Future Fuels Strategy will enable an electric vehicle future for Australia

Australia is fresh off the commitment to net-zero by 2050, and significant investment will need to go into the transport industry which is our third-largest source of greenhouse gas emissions; approximately 17% or 96 MtCO2e per year according to the Climate Council of Australia. As a result, an electric vehicle strategy was announced this week by the Morrison Government to almost universal condemnation. 


The A$250m Future Fuels Strategy (FFS) hopes to see 1.7 million electric vehicles on the road by 2030, an increase from the ~20,000 sold in Australia by the end of 2020. According to the government media release, it’s a “technology-led strategy” that will focus its investment on battery and hydrogen refuelling infrastructure, long-distance technology, commercial fleets, and household smart charging. 

Contrary to popular opinion, I think the strategy is sound and is the best approach for stimulating demand. It is important to appreciate, I have a free market mindset and dislike direct subsidies as that rarely encourages innovation. Direct subsidies are a very expensive approach and don’t address the underlying issue which is the under-development of the electric vehicle ecosystem. 




“I think the biggest hurdle to the widespread adoption of battery and hydrogen-electric vehicles is a lack of infrastructure to support their use.”

Jack Colreavy, Corporate Finance Associate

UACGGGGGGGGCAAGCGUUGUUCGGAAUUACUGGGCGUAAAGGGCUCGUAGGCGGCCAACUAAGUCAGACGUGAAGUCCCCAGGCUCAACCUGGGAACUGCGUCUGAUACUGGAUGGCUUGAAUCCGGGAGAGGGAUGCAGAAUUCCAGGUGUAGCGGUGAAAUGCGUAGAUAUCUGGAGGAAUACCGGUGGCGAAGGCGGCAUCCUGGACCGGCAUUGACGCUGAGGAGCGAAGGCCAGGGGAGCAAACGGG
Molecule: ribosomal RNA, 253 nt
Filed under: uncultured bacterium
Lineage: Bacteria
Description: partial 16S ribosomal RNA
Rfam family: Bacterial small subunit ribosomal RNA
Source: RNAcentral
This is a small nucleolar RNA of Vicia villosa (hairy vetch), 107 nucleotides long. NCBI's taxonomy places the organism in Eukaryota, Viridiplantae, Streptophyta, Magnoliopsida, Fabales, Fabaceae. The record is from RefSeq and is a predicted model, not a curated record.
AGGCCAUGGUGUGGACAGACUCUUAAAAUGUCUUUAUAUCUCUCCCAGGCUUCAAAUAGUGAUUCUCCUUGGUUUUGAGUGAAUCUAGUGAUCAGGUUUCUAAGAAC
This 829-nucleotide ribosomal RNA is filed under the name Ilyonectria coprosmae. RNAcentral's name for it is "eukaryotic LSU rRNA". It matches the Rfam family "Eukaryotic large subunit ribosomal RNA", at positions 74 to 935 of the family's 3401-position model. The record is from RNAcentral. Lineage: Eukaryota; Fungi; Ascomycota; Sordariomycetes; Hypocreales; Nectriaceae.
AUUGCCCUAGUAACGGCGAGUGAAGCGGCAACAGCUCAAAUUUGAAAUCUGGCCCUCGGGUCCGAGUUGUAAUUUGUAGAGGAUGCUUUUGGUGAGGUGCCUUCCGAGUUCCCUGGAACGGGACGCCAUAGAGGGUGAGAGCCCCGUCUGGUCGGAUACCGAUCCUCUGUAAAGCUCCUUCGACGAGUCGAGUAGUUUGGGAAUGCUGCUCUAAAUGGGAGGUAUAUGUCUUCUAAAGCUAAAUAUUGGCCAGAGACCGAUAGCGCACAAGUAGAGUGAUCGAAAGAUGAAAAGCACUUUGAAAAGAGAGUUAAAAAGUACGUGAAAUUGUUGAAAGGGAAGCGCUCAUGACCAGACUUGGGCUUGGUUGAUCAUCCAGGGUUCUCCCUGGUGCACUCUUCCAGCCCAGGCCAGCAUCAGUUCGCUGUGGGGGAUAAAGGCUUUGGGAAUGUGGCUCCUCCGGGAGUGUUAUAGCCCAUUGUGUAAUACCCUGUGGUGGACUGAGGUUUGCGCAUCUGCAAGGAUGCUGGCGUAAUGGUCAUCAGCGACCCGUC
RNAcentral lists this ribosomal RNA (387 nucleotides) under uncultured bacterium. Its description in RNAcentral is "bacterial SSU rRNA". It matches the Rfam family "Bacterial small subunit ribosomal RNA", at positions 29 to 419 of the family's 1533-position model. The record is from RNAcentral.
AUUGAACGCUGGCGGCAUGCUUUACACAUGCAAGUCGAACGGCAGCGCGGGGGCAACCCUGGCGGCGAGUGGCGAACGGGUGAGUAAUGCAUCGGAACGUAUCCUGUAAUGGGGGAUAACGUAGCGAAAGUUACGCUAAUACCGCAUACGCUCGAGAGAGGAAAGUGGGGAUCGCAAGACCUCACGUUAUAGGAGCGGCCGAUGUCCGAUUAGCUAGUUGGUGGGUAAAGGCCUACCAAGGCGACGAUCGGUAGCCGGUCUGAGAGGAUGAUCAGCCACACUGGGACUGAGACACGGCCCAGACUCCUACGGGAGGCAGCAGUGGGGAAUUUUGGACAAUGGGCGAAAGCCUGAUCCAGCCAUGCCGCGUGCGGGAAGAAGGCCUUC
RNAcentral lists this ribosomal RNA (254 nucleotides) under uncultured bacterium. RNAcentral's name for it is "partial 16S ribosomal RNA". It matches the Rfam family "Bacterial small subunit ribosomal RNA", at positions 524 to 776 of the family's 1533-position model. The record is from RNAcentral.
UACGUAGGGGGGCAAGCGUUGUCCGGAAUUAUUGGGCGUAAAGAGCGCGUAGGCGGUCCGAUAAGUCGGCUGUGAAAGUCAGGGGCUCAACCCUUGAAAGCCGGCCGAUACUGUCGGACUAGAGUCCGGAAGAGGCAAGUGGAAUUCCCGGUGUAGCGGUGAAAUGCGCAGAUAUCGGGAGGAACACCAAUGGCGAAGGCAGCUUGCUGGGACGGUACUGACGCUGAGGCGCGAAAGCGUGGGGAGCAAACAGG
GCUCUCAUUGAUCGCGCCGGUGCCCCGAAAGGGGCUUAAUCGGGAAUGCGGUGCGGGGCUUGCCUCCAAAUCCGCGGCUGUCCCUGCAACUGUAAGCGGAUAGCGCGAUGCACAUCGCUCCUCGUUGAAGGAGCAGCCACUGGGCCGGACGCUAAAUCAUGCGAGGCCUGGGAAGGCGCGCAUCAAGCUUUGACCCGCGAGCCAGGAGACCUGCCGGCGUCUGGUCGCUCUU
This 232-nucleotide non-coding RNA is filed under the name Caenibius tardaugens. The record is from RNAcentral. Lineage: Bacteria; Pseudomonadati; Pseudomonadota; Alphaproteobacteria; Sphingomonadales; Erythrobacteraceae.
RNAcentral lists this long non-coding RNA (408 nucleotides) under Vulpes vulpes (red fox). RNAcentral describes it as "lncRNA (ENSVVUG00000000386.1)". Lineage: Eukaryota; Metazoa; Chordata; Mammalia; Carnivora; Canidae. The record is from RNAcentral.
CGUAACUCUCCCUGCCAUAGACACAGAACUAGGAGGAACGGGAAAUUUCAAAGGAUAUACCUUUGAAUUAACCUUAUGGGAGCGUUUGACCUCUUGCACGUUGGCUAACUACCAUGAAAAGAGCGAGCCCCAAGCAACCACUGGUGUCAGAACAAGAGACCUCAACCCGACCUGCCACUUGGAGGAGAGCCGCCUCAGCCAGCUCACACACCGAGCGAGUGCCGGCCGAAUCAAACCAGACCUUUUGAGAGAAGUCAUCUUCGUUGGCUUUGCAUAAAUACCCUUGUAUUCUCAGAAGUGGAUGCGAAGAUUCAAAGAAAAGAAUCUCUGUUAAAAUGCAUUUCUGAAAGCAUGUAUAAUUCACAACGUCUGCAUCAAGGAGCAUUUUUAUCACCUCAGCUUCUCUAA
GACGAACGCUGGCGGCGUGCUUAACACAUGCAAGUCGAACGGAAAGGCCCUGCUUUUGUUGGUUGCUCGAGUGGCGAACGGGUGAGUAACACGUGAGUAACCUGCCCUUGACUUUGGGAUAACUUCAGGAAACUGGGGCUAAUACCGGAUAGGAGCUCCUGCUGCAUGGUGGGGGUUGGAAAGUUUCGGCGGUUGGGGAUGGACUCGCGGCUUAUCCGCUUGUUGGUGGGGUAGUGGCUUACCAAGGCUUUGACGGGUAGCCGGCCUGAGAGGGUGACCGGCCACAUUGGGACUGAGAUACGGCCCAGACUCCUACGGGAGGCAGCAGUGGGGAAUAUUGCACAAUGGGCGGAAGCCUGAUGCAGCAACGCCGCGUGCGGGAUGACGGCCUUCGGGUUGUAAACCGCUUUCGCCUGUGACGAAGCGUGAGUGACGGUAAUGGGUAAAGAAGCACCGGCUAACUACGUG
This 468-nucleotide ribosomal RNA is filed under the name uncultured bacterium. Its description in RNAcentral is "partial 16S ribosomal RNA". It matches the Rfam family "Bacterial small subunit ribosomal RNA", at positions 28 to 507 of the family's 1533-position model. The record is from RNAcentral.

Tesla is a great case study of how to build widespread adoption for new technology. Tesla’s strategy wasn’t to build the cheapest possible electric vehicle, they instead built a luxury product but invested heavily in a coast-to-coast US supercharging network to alleviate the biggest fear for battery EV owners; range anxiety. Likewise, the story is similar for hydrogen FCEVs where adoption is lagging as consumers wait for reliable hydrogen refuelling options.

Noteworthy, Australian road users pay for their usage through the Fuel Excise Tax levied on petrol and diesel purchased at the bowser at a current rate of 42.7 cents per litre. EVs don’t need to refuel, therefore they avoid the fuel excise tax and their road usage is being subsidised by ICE owners. At this stage, there are no plans to levy a tax on EVs to account for this usage and it is forecasted to cost the Australian government ~A$2 billion each year by 2030. While a long-term solution will need to be found on this issue, for now, this provides an unreported subsidy to EV owners and should continue to incentivise early adoption.  

The government doesn’t need to ban ICE vehicles being sold in Australia or subsidise the cost of EVs. The cost of batteries and fuel cells are dropping rapidly, and traditional car companies are responding to market demand by committing to phasing out ICE vehicles themselves - Jaguar (2025), Alfa Romeo (2027), Mini (2030), Volvo (2030) etc. 

Through their investment into infrastructure, the federal government is putting the choice in the hands of Australian citizens to decide the vehicle that best suits their needs and I believe this is the right approach.  


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